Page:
Title

Molecular and Behavioural Mechanisms Mediating Paclitaxel-Induced Changes in Affect-Like Behaviour in Mice [online video]

Streaming Media

Original Publication Date

2018

Document Type

Presentation

Comments

Second place winner, 4th Annual VCU 3MT® Competition, held on October 18-19, 2018.

Abstract

For my research, I treat cancer-free mice with hospital-grade paclitaxel. The mice begin showing signs of depression, such as lack of pleasure and increased hopelessness. Using a variety of in vitro assays, I characterize changes in the brain, so that new classes of antidepressants can be designed to target these neurochemical changes. My pilot research with a novel antidepressant is hopeful. Advances in antidepressants would improve the quality of life of millions of cancer survivors, as well as other individuals with depression.

Transcription

There are more senior citizens alive today than at any time in the world’s history. People are living longer, so they have more opportunities to develop cancer, and they are also living to an age where cancer is more common. Cancer is a reality of life. It is projected that there will be 20 million cancer survivors by the end of the next decade. However, with advancements in chemotherapy, cancer is no longer a death sentence, but rather a chronic, manageable disease.

Paclitaxel is a common chemotherapeutic used for the treatment of breast, ovarian, and non-small cell lung cancers. Paclitaxel has many side effects, including neuropathic pain and emotional changes. Patients who are treated with any chemotherapeutic can experience anxiety, depression, and cognitive deficit, but patients who receive drugs in the taxane family, such as paclitaxel, report longer duration of emotional symptoms. These changes in mood can last for up to five years after finishing chemotherapy. Half a million people each year are treated with paclitaxel, and because the survival rates of paclitaxel-treated patients are favorable, millions of cancer survivors who received this drug are alive today, living with depression. While double-blind clinical trials report modest efficacy of fluoxetine for the treatment of depression in cancer survivors treated with non-taxane chemotherapeutics, clinical trials have repeatedly failed to find antidepressants that are efficacious in treating paclitaxel-induced emotional changes. Simply, there is no antidepressant that works in this population.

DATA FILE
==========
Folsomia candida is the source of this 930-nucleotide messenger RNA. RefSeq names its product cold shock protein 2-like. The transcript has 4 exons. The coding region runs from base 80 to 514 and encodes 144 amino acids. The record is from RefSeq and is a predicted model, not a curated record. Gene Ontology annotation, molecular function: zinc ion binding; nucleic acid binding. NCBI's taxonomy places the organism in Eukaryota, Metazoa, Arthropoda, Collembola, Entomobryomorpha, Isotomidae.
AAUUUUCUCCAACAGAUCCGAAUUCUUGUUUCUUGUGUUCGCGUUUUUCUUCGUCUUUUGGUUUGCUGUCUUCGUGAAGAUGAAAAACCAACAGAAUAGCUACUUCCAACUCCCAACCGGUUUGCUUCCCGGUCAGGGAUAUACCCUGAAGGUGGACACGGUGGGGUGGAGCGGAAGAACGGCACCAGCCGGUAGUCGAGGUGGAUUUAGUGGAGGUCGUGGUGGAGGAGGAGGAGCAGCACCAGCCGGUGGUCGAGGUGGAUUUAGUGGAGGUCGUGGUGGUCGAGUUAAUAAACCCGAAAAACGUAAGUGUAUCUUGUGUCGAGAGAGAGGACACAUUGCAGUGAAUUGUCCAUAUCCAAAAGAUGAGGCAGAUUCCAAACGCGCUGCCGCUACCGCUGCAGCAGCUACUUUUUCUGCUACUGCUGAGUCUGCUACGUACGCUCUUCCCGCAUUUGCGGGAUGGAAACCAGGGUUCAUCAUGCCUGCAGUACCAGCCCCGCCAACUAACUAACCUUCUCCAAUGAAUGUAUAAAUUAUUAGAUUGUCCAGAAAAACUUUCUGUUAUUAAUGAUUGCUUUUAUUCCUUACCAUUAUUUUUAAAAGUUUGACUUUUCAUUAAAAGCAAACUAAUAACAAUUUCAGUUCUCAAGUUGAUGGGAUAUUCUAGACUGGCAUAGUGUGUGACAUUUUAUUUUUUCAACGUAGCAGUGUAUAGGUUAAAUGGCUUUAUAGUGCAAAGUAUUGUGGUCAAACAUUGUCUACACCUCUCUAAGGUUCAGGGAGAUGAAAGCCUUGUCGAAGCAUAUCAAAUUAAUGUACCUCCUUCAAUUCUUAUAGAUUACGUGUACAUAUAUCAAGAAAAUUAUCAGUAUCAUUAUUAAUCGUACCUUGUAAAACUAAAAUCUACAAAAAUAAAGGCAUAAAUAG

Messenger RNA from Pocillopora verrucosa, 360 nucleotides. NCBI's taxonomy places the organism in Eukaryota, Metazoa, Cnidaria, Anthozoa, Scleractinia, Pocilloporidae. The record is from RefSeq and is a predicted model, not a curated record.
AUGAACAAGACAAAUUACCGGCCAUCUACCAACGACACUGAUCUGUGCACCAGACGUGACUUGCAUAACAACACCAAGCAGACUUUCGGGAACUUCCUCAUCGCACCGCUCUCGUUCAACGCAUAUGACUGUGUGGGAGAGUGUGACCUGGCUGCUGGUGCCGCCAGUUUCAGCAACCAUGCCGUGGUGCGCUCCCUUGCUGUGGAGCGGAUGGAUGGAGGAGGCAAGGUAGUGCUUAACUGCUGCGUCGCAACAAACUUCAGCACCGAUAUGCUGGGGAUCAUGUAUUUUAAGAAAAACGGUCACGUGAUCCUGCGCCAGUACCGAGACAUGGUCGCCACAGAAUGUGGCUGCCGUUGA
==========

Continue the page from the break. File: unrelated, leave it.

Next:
For my research, I treat cancer-free mice with hospital-grade paclitaxel. The mice begin showing signs of depression, such as lack of pleasure and increased hopelessness. Using a variety of in vitro assays, I characterize changes in the brain, so that new classes of antidepressants can be designed to target these neurochemical changes. My pilot research with a novel antidepressant is hopeful. Advances in antidepressants would improve the quality of life of millions of cancer survivors, as well as other individuals with depression.

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